FDA to Regulate Harmful Anti-bacterial Soaps! Yippee!

Finally, after over 5 years of pleading, the FDA does something I can get behind! As I wrote in my book, the FDA had planned to investigate the health and safety of anti-bacterial chemicals like triclosan, a very common ingredient in hand soaps, deodorants, and even toothpaste and make a decision on whether regulations were appropriate.  Well after their investigation, the FDA announced their decision to regulate not only consumer products containing triclosan, but also the use of antibiotics in livestock.  They claim that there is enough evidence to show that the use of these products leads to human antibiotic resistance and illness.

livestock antibiotics

Contrary to the false propagated belief that the use of antibiotics in livestock makes the food safer, the primary use of antibiotics in livestock is to make larger animals and more profits…. and we know the use of antibiotics leads to illness.  Eating livestock that have been treated with antibiotics affects the antibiotic resistance in the humans who eat them as well as pollute the groundwater and surrounding areas with antibiotic run off.  This is having a huge effect on un-targeted animals and wildlife.  The FDA will regulate “some use” of these antibiotics, but the entire regulation is not entirely clear.  This is just one of the dozens of reasons I have phased meat out of my life.  Don’t want it.  Don’t miss it.

The use of triclosan and triclocarban containing soaps also have hormonal properties….something we’ve known for years.

A statement from the FDA says:

“In rat studies, we’ve seen decreases in thyroid hormone levels, and in some cell-based systems, we’ve seen changes in cells’ ability to respond to estrogen and testosterone,” she said. “The challenge is trying to understand what those mean for effects on humans.”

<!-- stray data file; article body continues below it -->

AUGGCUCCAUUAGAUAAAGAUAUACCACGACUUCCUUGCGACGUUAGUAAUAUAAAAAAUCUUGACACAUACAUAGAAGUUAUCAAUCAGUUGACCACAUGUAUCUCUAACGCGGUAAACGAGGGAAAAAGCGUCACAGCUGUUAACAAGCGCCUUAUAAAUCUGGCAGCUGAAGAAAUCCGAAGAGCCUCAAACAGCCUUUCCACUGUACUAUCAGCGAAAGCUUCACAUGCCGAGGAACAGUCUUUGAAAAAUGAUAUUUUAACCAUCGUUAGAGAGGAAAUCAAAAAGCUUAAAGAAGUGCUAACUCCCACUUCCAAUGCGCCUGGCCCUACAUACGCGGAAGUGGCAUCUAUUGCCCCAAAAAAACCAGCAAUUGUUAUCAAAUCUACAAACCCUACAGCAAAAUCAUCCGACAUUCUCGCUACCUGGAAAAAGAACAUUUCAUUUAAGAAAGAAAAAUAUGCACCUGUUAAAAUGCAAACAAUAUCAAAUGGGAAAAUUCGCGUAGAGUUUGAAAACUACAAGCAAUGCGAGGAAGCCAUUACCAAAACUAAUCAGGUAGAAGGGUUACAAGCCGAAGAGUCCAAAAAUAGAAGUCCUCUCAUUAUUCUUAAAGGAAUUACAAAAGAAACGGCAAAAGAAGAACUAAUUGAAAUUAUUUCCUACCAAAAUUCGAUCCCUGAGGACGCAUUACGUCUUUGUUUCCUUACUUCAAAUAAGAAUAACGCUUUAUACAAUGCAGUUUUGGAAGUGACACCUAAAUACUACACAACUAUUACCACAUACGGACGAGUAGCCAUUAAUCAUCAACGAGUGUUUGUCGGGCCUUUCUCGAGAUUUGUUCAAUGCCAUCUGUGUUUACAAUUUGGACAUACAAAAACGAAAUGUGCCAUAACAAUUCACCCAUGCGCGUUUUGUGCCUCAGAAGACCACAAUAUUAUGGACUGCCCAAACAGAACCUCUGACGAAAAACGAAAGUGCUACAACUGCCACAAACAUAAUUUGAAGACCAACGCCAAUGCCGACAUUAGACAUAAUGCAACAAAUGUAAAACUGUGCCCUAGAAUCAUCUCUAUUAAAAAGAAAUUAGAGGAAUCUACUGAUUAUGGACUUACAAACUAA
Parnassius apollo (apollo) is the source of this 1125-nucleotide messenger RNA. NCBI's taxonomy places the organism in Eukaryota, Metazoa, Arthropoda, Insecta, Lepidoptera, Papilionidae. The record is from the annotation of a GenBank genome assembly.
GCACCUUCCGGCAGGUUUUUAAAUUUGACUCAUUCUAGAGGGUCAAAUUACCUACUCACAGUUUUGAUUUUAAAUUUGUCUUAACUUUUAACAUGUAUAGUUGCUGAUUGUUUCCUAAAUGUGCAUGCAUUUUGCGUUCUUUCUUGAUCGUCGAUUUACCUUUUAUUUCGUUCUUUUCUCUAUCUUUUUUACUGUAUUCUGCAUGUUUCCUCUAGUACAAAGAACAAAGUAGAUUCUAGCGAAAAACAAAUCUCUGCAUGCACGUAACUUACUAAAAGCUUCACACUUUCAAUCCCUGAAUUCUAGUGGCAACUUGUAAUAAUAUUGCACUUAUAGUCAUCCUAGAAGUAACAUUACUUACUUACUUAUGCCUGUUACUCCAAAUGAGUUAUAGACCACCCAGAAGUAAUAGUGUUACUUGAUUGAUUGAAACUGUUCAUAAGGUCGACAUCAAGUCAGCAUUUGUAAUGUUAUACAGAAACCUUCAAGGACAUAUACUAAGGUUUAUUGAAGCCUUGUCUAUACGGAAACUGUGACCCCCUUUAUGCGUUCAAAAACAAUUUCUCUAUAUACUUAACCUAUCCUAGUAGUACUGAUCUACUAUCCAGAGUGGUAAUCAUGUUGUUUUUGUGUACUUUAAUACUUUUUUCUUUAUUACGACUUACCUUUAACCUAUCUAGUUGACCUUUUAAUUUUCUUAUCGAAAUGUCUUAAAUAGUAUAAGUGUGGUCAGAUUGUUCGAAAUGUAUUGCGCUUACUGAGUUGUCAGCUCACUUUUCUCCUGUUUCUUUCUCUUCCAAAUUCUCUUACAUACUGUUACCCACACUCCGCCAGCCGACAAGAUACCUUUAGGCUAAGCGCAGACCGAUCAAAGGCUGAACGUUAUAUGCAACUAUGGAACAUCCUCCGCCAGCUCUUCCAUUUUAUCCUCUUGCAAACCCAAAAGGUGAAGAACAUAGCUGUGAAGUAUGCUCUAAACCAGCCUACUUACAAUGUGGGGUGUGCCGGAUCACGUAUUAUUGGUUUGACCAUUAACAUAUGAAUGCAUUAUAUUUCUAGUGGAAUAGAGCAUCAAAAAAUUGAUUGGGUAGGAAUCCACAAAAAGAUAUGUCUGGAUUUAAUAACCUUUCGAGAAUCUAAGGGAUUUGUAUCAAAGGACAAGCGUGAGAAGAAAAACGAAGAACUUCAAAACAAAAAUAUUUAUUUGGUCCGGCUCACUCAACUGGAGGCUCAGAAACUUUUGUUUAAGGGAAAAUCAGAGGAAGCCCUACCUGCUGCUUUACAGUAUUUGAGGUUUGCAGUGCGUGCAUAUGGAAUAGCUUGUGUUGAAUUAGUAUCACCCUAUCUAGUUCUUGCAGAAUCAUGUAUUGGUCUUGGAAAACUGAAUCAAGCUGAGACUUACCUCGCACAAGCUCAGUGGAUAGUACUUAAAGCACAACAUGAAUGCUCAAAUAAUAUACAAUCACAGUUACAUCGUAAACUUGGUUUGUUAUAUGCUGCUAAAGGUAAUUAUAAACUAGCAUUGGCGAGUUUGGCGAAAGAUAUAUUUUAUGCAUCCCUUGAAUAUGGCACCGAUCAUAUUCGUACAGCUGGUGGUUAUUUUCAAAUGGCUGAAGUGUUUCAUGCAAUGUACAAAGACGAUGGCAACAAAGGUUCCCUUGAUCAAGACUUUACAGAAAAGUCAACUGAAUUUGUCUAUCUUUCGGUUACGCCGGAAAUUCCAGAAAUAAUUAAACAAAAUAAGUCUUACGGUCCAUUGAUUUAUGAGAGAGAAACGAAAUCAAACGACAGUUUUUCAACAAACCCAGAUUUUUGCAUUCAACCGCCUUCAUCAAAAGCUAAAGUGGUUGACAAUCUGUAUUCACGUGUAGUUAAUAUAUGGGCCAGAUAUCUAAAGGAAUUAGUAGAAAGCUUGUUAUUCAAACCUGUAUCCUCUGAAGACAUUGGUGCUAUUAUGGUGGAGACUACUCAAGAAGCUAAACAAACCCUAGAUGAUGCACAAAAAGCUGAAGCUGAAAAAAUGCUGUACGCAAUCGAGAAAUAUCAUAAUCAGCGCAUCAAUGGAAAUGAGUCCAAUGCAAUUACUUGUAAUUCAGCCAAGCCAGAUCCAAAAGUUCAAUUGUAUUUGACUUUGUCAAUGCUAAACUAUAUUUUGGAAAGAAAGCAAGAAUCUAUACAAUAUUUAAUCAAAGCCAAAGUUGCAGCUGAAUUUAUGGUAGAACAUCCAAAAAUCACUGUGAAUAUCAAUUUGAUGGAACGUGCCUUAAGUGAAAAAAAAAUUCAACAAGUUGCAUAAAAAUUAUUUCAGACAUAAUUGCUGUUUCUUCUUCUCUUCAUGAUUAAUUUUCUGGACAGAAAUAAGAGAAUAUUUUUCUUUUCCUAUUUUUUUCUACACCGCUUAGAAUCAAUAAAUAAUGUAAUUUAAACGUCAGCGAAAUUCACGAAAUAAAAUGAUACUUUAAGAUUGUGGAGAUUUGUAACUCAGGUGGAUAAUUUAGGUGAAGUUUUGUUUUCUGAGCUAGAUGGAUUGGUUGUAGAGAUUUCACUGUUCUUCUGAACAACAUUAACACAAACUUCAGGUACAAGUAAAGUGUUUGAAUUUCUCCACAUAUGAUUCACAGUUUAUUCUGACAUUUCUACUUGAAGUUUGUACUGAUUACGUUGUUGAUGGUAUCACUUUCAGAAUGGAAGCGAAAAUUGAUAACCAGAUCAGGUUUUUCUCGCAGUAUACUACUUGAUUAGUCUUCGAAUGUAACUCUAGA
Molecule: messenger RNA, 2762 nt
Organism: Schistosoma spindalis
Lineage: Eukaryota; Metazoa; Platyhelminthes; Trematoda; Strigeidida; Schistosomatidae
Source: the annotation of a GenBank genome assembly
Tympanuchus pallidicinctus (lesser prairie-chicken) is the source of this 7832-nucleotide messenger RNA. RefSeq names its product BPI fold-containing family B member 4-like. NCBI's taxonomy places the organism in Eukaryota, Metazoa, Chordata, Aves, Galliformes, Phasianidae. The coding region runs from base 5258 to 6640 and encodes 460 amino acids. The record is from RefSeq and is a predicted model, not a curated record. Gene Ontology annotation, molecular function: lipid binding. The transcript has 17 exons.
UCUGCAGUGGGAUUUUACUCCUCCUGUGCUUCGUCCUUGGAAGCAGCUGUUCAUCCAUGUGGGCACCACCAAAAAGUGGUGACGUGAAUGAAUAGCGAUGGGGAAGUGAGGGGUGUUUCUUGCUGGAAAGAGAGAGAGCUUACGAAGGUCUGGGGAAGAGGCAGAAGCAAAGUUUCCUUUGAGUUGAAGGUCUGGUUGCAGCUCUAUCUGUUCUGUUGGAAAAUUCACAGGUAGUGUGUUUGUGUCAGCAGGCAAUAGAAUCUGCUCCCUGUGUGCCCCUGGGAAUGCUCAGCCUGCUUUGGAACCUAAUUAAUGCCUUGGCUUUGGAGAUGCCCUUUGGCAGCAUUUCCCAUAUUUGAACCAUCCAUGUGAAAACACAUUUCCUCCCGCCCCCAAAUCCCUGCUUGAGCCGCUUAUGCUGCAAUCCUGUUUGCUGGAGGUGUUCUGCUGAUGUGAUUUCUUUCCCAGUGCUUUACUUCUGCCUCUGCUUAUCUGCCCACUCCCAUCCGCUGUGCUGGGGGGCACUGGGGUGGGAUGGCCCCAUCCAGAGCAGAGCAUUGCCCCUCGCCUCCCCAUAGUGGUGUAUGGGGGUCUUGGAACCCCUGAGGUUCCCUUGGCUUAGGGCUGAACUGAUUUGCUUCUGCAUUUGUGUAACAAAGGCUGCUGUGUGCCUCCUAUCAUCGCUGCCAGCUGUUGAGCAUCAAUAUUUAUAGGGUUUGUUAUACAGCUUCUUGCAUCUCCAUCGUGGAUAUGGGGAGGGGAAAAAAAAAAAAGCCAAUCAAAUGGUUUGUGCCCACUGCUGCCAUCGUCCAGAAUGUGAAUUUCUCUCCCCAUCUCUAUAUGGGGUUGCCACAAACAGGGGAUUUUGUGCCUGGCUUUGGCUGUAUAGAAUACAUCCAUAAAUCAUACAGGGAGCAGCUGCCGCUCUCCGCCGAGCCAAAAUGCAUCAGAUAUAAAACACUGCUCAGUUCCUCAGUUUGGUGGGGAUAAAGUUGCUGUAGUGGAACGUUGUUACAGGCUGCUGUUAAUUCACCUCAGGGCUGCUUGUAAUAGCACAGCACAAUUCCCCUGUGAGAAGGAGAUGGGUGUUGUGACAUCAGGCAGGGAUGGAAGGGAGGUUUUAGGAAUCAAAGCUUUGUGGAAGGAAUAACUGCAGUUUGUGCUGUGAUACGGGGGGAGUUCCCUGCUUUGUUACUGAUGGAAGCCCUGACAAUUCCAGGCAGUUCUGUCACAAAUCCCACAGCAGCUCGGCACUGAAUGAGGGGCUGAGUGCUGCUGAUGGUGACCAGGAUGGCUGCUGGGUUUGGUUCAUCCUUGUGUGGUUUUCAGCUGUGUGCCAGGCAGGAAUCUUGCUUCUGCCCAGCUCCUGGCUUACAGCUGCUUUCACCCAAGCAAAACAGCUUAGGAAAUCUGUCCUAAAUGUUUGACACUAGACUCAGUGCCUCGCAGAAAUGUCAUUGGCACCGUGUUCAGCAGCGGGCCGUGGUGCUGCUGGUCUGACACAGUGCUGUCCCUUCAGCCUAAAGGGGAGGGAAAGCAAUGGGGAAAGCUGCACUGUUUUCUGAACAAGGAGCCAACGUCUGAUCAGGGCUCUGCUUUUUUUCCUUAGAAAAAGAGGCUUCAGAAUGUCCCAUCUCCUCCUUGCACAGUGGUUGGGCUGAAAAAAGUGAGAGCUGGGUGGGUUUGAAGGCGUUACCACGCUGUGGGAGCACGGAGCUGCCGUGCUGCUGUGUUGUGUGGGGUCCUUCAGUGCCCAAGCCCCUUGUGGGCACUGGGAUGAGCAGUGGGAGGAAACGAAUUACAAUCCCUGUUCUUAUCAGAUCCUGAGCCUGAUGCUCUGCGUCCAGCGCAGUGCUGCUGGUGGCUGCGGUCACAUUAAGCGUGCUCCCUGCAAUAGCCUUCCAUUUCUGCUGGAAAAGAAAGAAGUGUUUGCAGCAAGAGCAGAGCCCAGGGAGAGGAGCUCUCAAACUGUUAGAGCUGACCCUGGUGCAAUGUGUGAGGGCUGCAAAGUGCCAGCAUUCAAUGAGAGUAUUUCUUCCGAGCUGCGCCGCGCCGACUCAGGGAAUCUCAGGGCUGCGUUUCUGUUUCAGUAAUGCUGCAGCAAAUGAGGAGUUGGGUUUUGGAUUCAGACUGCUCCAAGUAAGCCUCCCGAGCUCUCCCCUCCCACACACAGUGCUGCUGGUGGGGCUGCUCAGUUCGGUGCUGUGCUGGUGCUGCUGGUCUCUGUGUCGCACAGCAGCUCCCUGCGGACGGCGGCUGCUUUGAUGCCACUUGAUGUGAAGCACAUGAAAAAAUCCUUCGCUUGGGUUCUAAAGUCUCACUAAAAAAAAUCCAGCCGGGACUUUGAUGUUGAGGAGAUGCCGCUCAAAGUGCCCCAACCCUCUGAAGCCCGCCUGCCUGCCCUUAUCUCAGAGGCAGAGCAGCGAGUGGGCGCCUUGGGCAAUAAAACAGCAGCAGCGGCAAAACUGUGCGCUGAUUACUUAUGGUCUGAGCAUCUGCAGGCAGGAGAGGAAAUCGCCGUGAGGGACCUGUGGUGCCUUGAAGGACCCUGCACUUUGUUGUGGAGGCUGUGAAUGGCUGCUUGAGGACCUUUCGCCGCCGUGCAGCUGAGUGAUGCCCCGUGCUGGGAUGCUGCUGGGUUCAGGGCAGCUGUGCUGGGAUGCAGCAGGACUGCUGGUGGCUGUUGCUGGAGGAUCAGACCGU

Read the official FDA release here

Well, FDA, there’s more to the story than that.  There is also evidence that trilosan when it mixes with tap water, breaks down into cancer causing compounds.

Under the new regulations, the manufacturers of antibacterial soaps would have to show that there is a just reason for the antibacterial part of the soap and that it cleans better than regular soap and water alone.  There is substantial evidence to show that washing for less than a minute using friction (rubbing hands together) and using plain soap and water is just as effective, if not more so, than using the antibacterial soaps.

But don’t be expecting any changes in the products you see on the shelves and time soon.  In it’s ever-loving speediness, the FDA won’t have their plans finalized until September of 2016, and the regulations won’t be slated to take effect until Sept 2017.   They’ve been “discussing” this issue of safety since 2009 although evidence has been  piled up in their office for to show that that triclosan is harmful.  Ah yes…the motto of the FDA “Better late than never”.

I hope that's not anti-bacterial soap!

I hope that’s not anti-bacterial soap!

Excluded from the regulations are hospitals.  My hope is that a safe alternative will be developed for this purpose.  I think I’m OK with that, except for the employees that are exposing themselves on a daily basis.

Proper hand washing is as easy as wet, lather, friction for 20 seconds, rinse, dry.  If you need pictures and more text you can find it here.

I urge you to check your personal care products not only for triclosan and triclocarban, but for other harmful chemcials like parabens, parfum, artificial dyes, aluminum, DEA, TEA, phthalates, DMDM hydantoin, and a host of others.  It’s better to just know the ingredients in the list than have to look any of them up.  I have been using Dr Bronners for years.  They make products for all areas of your life and are fair trade and treat their workers pretty nice too.  Read the doc’s story…it’s pretty amazing.

Although the FDA is taking action here, please don’t forget it was the FDA that gave triclosan its approval in 1979.  We’ve had to wait 35 years for them to say “oops”. Don’t wait for them to keep you safe.  That’s your job.

Great triclosan resource

Categories: cancer, cancer prevention, environmental hazards, health, household chemicals

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